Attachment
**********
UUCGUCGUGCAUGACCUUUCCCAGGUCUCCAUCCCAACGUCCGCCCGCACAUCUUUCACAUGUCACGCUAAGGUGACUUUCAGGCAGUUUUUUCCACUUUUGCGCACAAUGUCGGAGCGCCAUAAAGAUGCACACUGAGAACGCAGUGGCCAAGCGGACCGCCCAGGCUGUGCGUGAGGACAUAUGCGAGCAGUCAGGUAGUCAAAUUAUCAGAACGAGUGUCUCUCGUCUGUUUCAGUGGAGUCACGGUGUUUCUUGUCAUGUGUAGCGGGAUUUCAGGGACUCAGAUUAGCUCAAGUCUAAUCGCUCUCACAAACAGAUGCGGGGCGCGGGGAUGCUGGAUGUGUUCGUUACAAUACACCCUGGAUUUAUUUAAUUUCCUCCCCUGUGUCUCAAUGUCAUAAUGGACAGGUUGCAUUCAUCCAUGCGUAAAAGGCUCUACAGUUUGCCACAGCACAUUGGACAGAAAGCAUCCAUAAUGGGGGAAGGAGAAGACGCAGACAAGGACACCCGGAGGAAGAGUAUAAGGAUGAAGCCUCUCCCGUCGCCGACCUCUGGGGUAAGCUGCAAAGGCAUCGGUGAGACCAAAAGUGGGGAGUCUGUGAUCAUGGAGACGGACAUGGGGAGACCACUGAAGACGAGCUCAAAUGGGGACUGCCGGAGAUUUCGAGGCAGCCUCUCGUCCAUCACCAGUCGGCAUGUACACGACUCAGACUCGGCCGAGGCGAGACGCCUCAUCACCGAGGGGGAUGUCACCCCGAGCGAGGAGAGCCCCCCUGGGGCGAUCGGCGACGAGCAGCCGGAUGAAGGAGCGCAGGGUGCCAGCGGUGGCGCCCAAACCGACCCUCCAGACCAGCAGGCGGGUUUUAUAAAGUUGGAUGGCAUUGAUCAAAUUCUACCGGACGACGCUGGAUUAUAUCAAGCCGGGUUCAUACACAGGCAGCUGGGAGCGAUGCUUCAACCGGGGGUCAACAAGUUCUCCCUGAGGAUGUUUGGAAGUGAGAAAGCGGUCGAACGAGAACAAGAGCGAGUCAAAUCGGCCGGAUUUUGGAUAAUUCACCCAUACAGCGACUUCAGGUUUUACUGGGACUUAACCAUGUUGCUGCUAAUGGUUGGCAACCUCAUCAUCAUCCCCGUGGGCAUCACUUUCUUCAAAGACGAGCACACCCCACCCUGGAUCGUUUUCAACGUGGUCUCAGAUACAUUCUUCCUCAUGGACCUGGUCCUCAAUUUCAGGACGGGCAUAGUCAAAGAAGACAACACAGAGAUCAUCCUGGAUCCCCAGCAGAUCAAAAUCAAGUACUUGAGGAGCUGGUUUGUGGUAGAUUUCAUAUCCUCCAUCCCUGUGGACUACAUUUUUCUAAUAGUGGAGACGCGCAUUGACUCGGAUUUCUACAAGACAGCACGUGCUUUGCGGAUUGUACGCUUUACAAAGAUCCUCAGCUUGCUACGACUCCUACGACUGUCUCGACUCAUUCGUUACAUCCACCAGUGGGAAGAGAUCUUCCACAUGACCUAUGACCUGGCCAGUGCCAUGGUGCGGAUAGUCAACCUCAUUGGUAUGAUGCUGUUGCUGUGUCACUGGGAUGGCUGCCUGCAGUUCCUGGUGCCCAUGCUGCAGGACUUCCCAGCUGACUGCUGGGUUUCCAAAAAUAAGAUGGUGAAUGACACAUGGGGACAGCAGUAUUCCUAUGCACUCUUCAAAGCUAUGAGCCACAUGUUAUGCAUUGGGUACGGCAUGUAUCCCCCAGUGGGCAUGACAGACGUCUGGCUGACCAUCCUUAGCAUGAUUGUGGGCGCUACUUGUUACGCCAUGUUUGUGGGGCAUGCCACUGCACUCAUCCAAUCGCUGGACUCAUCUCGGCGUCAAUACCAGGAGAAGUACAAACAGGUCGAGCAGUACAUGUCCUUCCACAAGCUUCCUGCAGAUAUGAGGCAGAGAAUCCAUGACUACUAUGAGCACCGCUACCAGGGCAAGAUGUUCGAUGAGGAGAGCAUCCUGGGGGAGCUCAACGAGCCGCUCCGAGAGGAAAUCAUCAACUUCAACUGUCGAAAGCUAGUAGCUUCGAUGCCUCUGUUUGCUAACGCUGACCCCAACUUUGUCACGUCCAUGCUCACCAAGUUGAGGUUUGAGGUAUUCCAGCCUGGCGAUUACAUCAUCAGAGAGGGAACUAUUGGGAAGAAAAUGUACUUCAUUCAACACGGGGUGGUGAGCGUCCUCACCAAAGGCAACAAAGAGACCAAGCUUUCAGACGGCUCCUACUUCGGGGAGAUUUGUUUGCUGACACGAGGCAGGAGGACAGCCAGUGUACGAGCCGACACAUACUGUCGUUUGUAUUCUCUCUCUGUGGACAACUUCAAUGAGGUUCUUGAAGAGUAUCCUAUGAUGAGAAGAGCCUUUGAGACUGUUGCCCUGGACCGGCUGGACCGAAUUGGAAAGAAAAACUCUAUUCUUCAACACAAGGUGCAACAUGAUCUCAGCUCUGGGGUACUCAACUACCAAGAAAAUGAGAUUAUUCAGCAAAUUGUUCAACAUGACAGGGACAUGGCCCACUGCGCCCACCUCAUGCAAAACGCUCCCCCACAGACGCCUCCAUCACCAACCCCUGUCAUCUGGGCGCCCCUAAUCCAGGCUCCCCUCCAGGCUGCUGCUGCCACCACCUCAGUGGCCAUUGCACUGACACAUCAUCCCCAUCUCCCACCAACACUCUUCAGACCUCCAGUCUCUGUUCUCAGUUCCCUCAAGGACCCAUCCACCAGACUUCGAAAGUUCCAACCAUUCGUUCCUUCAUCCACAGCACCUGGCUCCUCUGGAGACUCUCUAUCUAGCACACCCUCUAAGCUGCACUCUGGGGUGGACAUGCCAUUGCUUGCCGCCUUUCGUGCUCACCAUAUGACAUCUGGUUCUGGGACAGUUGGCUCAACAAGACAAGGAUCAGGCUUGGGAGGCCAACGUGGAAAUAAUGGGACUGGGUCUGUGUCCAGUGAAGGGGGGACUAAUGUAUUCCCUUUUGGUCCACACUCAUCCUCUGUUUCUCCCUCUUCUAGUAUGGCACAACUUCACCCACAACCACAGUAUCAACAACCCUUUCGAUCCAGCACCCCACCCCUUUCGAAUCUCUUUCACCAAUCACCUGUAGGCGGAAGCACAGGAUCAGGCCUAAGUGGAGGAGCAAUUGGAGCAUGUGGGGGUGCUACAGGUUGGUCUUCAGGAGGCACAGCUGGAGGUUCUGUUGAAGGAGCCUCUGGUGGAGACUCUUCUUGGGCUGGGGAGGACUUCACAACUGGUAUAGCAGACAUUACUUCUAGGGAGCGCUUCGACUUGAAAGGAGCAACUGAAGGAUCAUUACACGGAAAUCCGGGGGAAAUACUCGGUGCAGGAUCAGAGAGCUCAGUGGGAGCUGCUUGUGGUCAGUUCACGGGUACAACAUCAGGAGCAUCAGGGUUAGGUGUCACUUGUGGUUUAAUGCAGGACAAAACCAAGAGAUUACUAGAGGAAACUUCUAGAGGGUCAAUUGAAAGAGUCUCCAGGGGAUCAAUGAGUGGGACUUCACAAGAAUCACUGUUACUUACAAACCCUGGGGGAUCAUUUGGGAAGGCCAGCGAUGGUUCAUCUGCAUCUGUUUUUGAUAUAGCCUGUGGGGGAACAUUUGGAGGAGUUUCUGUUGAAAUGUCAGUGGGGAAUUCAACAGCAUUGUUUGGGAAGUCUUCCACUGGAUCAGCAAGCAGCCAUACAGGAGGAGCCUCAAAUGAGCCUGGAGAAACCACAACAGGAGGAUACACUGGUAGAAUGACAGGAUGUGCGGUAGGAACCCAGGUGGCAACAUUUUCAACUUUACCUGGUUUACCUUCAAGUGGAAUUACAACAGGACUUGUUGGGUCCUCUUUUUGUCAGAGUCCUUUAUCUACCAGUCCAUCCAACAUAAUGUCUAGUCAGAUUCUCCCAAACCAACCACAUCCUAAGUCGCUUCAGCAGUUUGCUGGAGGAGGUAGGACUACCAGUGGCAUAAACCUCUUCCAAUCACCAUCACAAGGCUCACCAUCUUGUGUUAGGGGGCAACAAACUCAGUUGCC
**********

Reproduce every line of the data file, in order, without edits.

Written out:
UUCGUCGUGCAUGACCUUUCCCAGGUCUCCAUCCCAACGUCCGCCCGCACAUCUUUCACAUGUCACGCUAAGGUGACUUUCAGGCAGUUUUUUCCACUUUUGCGCACAAUGUCGGAGCGCCAUAAAGAUGCACACUGAGAACGCAGUGGCCAAGCGGACCGCCCAGGCUGUGCGUGAGGACAUAUGCGAGCAGUCAGGUAGUCAAAUUAUCAGAACGAGUGUCUCUCGUCUGUUUCAGUGGAGUCACGGUGUUUCUUGUCAUGUGUAGCGGGAUUUCAGGGACUCAGAUUAGCUCAAGUCUAAUCGCUCUCACAAACAGAUGCGGGGCGCGGGGAUGCUGGAUGUGUUCGUUACAAUACACCCUGGAUUUAUUUAAUUUCCUCCCCUGUGUCUCAAUGUCAUAAUGGACAGGUUGCAUUCAUCCAUGCGUAAAAGGCUCUACAGUUUGCCACAGCACAUUGGACAGAAAGCAUCCAUAAUGGGGGAAGGAGAAGACGCAGACAAGGACACCCGGAGGAAGAGUAUAAGGAUGAAGCCUCUCCCGUCGCCGACCUCUGGGGUAAGCUGCAAAGGCAUCGGUGAGACCAAAAGUGGGGAGUCUGUGAUCAUGGAGACGGACAUGGGGAGACCACUGAAGACGAGCUCAAAUGGGGACUGCCGGAGAUUUCGAGGCAGCCUCUCGUCCAUCACCAGUCGGCAUGUACACGACUCAGACUCGGCCGAGGCGAGACGCCUCAUCACCGAGGGGGAUGUCACCCCGAGCGAGGAGAGCCCCCCUGGGGCGAUCGGCGACGAGCAGCCGGAUGAAGGAGCGCAGGGUGCCAGCGGUGGCGCCCAAACCGACCCUCCAGACCAGCAGGCGGGUUUUAUAAAGUUGGAUGGCAUUGAUCAAAUUCUACCGGACGACGCUGGAUUAUAUCAAGCCGGGUUCAUACACAGGCAGCUGGGAGCGAUGCUUCAACCGGGGGUCAACAAGUUCUCCCUGAGGAUGUUUGGAAGUGAGAAAGCGGUCGAACGAGAACAAGAGCGAGUCAAAUCGGCCGGAUUUUGGAUAAUUCACCCAUACAGCGACUUCAGGUUUUACUGGGACUUAACCAUGUUGCUGCUAAUGGUUGGCAACCUCAUCAUCAUCCCCGUGGGCAUCACUUUCUUCAAAGACGAGCACACCCCACCCUGGAUCGUUUUCAACGUGGUCUCAGAUACAUUCUUCCUCAUGGACCUGGUCCUCAAUUUCAGGACGGGCAUAGUCAAAGAAGACAACACAGAGAUCAUCCUGGAUCCCCAGCAGAUCAAAAUCAAGUACUUGAGGAGCUGGUUUGUGGUAGAUUUCAUAUCCUCCAUCCCUGUGGACUACAUUUUUCUAAUAGUGGAGACGCGCAUUGACUCGGAUUUCUACAAGACAGCACGUGCUUUGCGGAUUGUACGCUUUACAAAGAUCCUCAGCUUGCUACGACUCCUACGACUGUCUCGACUCAUUCGUUACAUCCACCAGUGGGAAGAGAUCUUCCACAUGACCUAUGACCUGGCCAGUGCCAUGGUGCGGAUAGUCAACCUCAUUGGUAUGAUGCUGUUGCUGUGUCACUGGGAUGGCUGCCUGCAGUUCCUGGUGCCCAUGCUGCAGGACUUCCCAGCUGACUGCUGGGUUUCCAAAAAUAAGAUGGUGAAUGACACAUGGGGACAGCAGUAUUCCUAUGCACUCUUCAAAGCUAUGAGCCACAUGUUAUGCAUUGGGUACGGCAUGUAUCCCCCAGUGGGCAUGACAGACGUCUGGCUGACCAUCCUUAGCAUGAUUGUGGGCGCUACUUGUUACGCCAUGUUUGUGGGGCAUGCCACUGCACUCAUCCAAUCGCUGGACUCAUCUCGGCGUCAAUACCAGGAGAAGUACAAACAGGUCGAGCAGUACAUGUCCUUCCACAAGCUUCCUGCAGAUAUGAGGCAGAGAAUCCAUGACUACUAUGAGCACCGCUACCAGGGCAAGAUGUUCGAUGAGGAGAGCAUCCUGGGGGAGCUCAACGAGCCGCUCCGAGAGGAAAUCAUCAACUUCAACUGUCGAAAGCUAGUAGCUUCGAUGCCUCUGUUUGCUAACGCUGACCCCAACUUUGUCACGUCCAUGCUCACCAAGUUGAGGUUUGAGGUAUUCCAGCCUGGCGAUUACAUCAUCAGAGAGGGAACUAUUGGGAAGAAAAUGUACUUCAUUCAACACGGGGUGGUGAGCGUCCUCACCAAAGGCAACAAAGAGACCAAGCUUUCAGACGGCUCCUACUUCGGGGAGAUUUGUUUGCUGACACGAGGCAGGAGGACAGCCAGUGUACGAGCCGACACAUACUGUCGUUUGUAUUCUCUCUCUGUGGACAACUUCAAUGAGGUUCUUGAAGAGUAUCCUAUGAUGAGAAGAGCCUUUGAGACUGUUGCCCUGGACCGGCUGGACCGAAUUGGAAAGAAAAACUCUAUUCUUCAACACAAGGUGCAACAUGAUCUCAGCUCUGGGGUACUCAACUACCAAGAAAAUGAGAUUAUUCAGCAAAUUGUUCAACAUGACAGGGACAUGGCCCACUGCGCCCACCUCAUGCAAAACGCUCCCCCACAGACGCCUCCAUCACCAACCCCUGUCAUCUGGGCGCCCCUAAUCCAGGCUCCCCUCCAGGCUGCUGCUGCCACCACCUCAGUGGCCAUUGCACUGACACAUCAUCCCCAUCUCCCACCAACACUCUUCAGACCUCCAGUCUCUGUUCUCAGUUCCCUCAAGGACCCAUCCACCAGACUUCGAAAGUUCCAACCAUUCGUUCCUUCAUCCACAGCACCUGGCUCCUCUGGAGACUCUCUAUCUAGCACACCCUCUAAGCUGCACUCUGGGGUGGACAUGCCAUUGCUUGCCGCCUUUCGUGCUCACCAUAUGACAUCUGGUUCUGGGACAGUUGGCUCAACAAGACAAGGAUCAGGCUUGGGAGGCCAACGUGGAAAUAAUGGGACUGGGUCUGUGUCCAGUGAAGGGGGGACUAAUGUAUUCCCUUUUGGUCCACACUCAUCCUCUGUUUCUCCCUCUUCUAGUAUGGCACAACUUCACCCACAACCACAGUAUCAACAACCCUUUCGAUCCAGCACCCCACCCCUUUCGAAUCUCUUUCACCAAUCACCUGUAGGCGGAAGCACAGGAUCAGGCCUAAGUGGAGGAGCAAUUGGAGCAUGUGGGGGUGCUACAGGUUGGUCUUCAGGAGGCACAGCUGGAGGUUCUGUUGAAGGAGCCUCUGGUGGAGACUCUUCUUGGGCUGGGGAGGACUUCACAACUGGUAUAGCAGACAUUACUUCUAGGGAGCGCUUCGACUUGAAAGGAGCAACUGAAGGAUCAUUACACGGAAAUCCGGGGGAAAUACUCGGUGCAGGAUCAGAGAGCUCAGUGGGAGCUGCUUGUGGUCAGUUCACGGGUACAACAUCAGGAGCAUCAGGGUUAGGUGUCACUUGUGGUUUAAUGCAGGACAAAACCAAGAGAUUACUAGAGGAAACUUCUAGAGGGUCAAUUGAAAGAGUCUCCAGGGGAUCAAUGAGUGGGACUUCACAAGAAUCACUGUUACUUACAAACCCUGGGGGAUCAUUUGGGAAGGCCAGCGAUGGUUCAUCUGCAUCUGUUUUUGAUAUAGCCUGUGGGGGAACAUUUGGAGGAGUUUCUGUUGAAAUGUCAGUGGGGAAUUCAACAGCAUUGUUUGGGAAGUCUUCCACUGGAUCAGCAAGCAGCCAUACAGGAGGAGCCUCAAAUGAGCCUGGAGAAACCACAACAGGAGGAUACACUGGUAGAAUGACAGGAUGUGCGGUAGGAACCCAGGUGGCAACAUUUUCAACUUUACCUGGUUUACCUUCAAGUGGAAUUACAACAGGACUUGUUGGGUCCUCUUUUUGUCAGAGUCCUUUAUCUACCAGUCCAUCCAACAUAAUGUCUAGUCAGAUUCUCCCAAACCAACCACAUCCUAAGUCGCUUCAGCAGUUUGCUGGAGGAGGUAGGACUACCAGUGGCAUAAACCUCUUCCAAUCACCAUCACAAGGCUCACCAUCUUGUGUUAGGGGGCAACAAACUCAGUUGCC